Wednesday was an up-and-down day on Wall Street, but most major stock indexes ultimately finished lower. Excitement about earnings results from some high-profile technology players boosted investor sentiment early in the session, but mixed news from the Federal Reserve's monetary policy group took the wind out of the market's sails. Moreover, some companies reported downbeat earnings results that called their growth stories into question. Garmin (GRMN -1.35%), Molson Coors Brewing (TAP -1.27%), and Clorox (CLX 1.52%) were among the worst performers. Here's why they did so poorly.

Garmin loses its way

Shares of Garmin fell 6% after the maker of GPS products reported its first-quarter financial results. Garmin said that sales set a new record for the first quarter, rising 8% from year-earlier levels on particular strength in the marine, aviation, fitness, and outdoor segments. Earnings gains of 7% were also solid, and despite seeing a 10% sales drop in its automotive segment, Garmin's new relationship with BMW to produce information/entertainment modules was encouraging. Yet the GPS specialist didn't make any changes to its full-year guidance, and some investors took that as a sign that Garmin could face headwinds in the remainder of 2019.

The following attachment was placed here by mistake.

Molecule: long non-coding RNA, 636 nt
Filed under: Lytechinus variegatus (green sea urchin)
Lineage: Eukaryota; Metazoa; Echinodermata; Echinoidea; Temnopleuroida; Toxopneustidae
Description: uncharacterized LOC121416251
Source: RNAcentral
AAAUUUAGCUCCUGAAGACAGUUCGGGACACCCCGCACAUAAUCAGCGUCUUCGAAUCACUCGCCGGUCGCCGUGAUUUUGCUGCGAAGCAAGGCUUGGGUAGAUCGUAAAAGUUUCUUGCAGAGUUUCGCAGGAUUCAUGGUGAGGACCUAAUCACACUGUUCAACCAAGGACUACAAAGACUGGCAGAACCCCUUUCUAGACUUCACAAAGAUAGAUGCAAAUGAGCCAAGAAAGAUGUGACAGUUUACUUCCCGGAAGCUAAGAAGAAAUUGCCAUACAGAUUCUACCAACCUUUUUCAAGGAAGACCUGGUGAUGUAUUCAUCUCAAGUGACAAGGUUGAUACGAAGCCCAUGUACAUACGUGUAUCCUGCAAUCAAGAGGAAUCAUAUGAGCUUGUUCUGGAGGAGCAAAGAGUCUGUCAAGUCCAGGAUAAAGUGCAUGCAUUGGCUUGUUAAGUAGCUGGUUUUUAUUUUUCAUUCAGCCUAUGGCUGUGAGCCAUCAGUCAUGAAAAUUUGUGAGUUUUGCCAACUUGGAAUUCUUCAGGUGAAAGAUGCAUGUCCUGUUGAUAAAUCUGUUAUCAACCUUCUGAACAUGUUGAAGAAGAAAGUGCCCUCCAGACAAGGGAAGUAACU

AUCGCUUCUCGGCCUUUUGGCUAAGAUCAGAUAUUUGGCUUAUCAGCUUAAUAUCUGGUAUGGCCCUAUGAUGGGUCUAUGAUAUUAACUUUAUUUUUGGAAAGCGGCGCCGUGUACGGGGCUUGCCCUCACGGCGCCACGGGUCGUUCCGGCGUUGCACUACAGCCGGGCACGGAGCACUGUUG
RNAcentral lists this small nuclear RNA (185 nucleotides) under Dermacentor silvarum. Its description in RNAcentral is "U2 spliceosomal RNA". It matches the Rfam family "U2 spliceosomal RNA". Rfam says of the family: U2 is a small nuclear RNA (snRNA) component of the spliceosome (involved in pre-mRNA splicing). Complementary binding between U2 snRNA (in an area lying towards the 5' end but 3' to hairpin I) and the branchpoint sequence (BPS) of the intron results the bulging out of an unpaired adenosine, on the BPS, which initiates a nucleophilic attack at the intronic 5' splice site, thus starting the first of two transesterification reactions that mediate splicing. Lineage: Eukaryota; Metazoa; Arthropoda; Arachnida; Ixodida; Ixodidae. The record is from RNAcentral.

Black Garmin watch with map view on it.

Image source: Garmin.

Molson Coors goes flat

Molson Coors Brewing saw its stock drop nearly 8% following the release of its first-quarter financial report. The brewer said that revenue was down 1.2% compared to year-earlier levels, with adverse currency impacts, difficult volume conditions in the North American market, and the calendar impact from the moving Easter holiday all contributing to the downward sales pressure. CEO Mark Hunter pointed to strong performance of Miller Lite and improved results from Coors Light as reasons to be optimistic, but a tough beer industry isn't showing many signs of an overall recovery, and it appears as though Molson Coors' struggles are likely to continue a while longer.

Clorox cuts its outlook

Finally, shares of Clorox sank 7%. The maker of bleach and other household products reported just a 2% rise in revenue in its fiscal third quarter, boosting net earnings per share by 5% from year-ago levels. However, decreasing sales in the cleaning and household segments were troublesome to investors. Moreover, Clorox cut its previous full-year fiscal 2019 outlook, now expecting only 2% to 3% revenue growth, as the cold and flu season was milder than originally anticipated. With Clorox also fighting a competitive promotional environment among consumer goods manufacturers, shareholders seem to be preparing for tough conditions to persist throughout the calendar year.